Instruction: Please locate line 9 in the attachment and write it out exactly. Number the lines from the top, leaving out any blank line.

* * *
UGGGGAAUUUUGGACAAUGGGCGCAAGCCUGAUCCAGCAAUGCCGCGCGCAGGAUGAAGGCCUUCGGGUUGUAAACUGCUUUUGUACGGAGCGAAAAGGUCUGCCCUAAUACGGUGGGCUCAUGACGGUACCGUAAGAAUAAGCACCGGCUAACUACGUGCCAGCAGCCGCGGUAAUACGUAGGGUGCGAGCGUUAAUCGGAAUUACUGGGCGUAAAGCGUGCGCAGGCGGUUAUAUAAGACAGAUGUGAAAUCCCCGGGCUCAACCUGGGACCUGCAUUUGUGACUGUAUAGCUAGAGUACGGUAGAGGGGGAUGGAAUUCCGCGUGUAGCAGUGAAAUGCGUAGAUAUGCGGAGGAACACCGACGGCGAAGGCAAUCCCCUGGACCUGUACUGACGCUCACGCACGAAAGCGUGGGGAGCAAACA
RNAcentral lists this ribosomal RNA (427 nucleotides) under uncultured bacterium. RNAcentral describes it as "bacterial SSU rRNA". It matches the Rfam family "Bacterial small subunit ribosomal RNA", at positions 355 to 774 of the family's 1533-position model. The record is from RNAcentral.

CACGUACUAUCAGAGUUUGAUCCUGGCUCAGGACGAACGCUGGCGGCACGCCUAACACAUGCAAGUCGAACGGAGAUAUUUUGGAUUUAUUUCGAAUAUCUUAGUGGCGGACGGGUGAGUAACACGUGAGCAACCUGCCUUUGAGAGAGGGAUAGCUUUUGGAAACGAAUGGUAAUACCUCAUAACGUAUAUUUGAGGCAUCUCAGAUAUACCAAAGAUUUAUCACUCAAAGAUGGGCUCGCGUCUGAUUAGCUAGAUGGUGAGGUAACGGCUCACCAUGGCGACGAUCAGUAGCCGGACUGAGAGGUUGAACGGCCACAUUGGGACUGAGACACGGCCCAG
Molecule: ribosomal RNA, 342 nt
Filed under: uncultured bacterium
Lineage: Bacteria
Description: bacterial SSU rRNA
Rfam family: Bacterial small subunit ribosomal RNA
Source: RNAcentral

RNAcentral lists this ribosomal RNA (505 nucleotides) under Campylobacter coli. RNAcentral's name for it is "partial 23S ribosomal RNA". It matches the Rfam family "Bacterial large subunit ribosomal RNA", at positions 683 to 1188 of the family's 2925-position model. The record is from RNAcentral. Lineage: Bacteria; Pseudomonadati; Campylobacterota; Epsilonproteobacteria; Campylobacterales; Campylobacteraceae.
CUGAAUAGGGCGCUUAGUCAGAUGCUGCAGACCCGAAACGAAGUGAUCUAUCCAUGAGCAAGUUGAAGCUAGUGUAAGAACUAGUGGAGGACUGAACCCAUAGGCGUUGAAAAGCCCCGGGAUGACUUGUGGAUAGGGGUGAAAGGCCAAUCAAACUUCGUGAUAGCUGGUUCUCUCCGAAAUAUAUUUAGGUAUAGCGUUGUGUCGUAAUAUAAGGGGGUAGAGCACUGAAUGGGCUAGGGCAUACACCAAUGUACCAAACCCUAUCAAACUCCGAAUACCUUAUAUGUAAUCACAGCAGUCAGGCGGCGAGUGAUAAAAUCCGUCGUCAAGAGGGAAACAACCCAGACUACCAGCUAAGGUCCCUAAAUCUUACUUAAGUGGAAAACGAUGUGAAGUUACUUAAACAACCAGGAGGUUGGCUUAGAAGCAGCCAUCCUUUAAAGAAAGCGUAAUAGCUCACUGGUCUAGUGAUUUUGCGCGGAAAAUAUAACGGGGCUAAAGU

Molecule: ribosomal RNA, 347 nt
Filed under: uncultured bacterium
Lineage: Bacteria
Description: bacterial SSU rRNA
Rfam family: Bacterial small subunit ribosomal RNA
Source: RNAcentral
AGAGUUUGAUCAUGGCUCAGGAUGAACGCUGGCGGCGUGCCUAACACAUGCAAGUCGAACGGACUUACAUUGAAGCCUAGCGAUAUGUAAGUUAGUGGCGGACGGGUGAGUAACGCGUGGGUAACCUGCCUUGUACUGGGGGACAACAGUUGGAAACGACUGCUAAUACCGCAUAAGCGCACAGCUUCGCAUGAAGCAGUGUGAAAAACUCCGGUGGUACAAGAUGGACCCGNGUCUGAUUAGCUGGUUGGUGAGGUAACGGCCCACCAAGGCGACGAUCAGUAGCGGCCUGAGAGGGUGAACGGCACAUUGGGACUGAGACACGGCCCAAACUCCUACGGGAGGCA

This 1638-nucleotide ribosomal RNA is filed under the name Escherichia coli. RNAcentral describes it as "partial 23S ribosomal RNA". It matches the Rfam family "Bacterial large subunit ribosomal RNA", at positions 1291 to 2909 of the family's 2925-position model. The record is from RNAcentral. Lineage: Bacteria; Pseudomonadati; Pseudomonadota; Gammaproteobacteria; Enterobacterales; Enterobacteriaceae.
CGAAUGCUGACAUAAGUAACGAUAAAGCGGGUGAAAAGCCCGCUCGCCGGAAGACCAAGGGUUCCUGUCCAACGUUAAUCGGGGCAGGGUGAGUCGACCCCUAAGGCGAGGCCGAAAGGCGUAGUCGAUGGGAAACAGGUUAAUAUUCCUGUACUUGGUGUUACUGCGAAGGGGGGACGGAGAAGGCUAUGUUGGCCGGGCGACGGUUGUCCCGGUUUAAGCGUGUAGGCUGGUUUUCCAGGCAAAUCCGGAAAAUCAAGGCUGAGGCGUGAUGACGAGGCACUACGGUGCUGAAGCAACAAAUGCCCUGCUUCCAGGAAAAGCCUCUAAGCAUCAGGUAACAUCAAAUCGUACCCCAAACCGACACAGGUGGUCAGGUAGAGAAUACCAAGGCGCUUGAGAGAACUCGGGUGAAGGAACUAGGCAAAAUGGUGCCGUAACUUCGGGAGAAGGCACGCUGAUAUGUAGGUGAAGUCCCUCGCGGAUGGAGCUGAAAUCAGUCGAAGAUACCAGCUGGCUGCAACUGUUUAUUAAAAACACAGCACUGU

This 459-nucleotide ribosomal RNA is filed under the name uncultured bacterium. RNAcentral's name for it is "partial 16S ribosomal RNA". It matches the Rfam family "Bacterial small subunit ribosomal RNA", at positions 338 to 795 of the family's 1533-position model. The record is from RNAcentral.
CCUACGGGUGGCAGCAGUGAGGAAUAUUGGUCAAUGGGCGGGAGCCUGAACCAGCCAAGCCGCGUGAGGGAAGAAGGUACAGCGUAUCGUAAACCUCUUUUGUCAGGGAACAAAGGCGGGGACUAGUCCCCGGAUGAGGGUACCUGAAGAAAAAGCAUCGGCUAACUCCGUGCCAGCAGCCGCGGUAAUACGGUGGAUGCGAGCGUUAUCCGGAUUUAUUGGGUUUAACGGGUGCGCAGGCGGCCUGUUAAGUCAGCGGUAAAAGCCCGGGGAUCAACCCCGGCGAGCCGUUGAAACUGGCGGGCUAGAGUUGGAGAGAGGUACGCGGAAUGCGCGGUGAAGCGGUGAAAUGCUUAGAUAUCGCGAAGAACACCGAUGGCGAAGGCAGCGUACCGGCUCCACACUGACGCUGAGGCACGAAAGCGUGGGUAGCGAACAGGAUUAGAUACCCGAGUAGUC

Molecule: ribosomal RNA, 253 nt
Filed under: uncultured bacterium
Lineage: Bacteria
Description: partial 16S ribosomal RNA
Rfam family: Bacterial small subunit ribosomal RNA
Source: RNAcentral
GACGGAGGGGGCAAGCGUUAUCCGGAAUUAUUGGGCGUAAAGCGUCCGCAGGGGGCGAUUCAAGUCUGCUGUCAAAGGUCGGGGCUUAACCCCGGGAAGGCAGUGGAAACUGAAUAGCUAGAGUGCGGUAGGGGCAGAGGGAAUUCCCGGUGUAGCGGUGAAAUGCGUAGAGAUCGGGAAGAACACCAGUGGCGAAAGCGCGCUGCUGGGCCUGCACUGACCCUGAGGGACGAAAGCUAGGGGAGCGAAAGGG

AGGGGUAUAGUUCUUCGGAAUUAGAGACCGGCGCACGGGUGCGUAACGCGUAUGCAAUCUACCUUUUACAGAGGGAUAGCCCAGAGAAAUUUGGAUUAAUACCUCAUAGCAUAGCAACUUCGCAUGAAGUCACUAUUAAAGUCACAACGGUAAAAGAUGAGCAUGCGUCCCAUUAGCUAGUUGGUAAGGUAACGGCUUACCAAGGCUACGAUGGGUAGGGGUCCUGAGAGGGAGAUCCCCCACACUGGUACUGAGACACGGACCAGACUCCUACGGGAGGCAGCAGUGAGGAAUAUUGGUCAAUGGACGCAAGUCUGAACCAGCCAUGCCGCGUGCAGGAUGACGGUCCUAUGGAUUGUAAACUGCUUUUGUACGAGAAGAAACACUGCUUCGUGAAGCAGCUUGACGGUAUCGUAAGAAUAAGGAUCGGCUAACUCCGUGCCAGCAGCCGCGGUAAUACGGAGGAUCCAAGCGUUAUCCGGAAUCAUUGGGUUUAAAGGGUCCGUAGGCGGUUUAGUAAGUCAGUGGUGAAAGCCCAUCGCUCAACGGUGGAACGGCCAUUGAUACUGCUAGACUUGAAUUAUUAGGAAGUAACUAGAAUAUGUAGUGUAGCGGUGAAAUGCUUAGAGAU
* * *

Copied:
Source: RNAcentral